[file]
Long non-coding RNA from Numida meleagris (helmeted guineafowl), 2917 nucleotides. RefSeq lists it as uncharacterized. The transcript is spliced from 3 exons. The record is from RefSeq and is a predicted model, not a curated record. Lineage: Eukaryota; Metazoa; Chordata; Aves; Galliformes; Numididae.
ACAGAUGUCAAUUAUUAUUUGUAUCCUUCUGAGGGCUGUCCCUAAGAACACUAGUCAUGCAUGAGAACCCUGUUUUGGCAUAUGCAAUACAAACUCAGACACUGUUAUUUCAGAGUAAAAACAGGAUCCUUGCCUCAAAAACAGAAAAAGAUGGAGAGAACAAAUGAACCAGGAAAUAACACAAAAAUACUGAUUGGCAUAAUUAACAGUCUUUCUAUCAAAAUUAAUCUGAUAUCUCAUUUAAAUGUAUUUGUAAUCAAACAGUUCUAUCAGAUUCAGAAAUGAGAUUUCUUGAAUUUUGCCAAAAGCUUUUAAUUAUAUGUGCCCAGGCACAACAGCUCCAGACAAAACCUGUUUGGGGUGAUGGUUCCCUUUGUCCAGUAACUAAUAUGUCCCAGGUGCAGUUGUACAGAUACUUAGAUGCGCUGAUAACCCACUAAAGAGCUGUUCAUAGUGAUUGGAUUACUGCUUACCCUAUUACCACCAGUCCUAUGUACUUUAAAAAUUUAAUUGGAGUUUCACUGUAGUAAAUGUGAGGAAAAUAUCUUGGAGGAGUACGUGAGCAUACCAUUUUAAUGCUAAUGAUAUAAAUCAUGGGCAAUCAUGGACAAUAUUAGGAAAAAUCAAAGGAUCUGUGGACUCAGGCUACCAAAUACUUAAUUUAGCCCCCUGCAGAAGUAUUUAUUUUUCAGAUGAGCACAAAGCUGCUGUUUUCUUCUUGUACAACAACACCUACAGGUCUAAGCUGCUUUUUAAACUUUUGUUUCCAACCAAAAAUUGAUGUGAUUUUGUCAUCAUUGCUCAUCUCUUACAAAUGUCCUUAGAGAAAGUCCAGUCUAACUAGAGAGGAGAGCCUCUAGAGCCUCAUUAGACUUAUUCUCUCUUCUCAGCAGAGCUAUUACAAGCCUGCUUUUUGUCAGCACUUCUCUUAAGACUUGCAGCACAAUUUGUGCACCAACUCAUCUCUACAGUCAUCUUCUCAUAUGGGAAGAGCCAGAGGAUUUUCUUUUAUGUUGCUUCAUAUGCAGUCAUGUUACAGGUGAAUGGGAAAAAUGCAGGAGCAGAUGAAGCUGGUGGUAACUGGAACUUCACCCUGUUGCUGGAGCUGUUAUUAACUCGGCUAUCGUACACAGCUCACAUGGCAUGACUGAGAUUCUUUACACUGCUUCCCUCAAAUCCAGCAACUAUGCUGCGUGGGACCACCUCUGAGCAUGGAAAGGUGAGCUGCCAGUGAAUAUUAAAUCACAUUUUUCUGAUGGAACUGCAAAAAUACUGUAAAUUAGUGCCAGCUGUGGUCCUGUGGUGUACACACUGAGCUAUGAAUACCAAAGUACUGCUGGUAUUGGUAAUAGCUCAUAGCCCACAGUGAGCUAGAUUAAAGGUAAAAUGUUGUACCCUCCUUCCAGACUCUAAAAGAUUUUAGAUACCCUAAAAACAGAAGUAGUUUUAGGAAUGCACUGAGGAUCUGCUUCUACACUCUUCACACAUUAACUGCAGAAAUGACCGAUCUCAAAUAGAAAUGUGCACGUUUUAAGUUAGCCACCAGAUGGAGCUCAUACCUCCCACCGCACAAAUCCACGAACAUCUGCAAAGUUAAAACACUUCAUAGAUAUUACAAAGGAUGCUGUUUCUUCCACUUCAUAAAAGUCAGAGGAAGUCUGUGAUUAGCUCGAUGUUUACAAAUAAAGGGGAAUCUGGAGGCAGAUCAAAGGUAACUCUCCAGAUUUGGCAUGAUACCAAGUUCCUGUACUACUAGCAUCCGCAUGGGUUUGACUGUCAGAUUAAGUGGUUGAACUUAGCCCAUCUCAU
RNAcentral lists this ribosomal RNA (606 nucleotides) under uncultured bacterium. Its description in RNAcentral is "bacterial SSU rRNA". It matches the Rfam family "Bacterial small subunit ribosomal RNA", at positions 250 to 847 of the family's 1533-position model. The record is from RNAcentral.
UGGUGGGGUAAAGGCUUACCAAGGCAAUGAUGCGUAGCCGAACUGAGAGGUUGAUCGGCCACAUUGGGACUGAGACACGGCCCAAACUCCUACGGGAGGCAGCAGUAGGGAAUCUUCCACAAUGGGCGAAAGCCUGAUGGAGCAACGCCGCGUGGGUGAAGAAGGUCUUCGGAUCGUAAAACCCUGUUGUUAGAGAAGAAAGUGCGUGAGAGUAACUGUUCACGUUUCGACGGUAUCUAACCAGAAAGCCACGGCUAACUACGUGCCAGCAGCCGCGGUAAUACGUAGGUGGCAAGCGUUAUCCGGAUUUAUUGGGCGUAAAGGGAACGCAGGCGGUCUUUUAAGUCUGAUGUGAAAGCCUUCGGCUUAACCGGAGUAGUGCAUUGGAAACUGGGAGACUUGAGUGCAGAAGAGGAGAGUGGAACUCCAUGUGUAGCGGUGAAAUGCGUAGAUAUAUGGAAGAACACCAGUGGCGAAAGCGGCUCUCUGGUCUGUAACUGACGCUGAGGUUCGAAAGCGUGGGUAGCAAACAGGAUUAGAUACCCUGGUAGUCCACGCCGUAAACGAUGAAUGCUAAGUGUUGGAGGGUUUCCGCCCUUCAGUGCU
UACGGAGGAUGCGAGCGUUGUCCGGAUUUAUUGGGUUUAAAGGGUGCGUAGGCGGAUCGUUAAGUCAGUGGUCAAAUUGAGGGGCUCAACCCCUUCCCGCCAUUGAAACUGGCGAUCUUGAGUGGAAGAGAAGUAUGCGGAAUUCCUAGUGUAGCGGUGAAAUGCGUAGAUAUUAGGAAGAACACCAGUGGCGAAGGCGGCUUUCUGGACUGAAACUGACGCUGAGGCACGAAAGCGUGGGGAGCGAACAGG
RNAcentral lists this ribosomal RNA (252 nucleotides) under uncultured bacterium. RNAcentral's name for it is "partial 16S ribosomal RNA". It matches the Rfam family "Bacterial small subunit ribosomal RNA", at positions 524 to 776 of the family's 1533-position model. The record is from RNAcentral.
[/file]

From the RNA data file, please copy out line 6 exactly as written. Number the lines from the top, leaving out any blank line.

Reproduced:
RNAcentral lists this ribosomal RNA (252 nucleotides) under uncultured bacterium. RNAcentral's name for it is "partial 16S ribosomal RNA". It matches the Rfam family "Bacterial small subunit ribosomal RNA", at positions 524 to 776 of the family's 1533-position model. The record is from RNAcentral.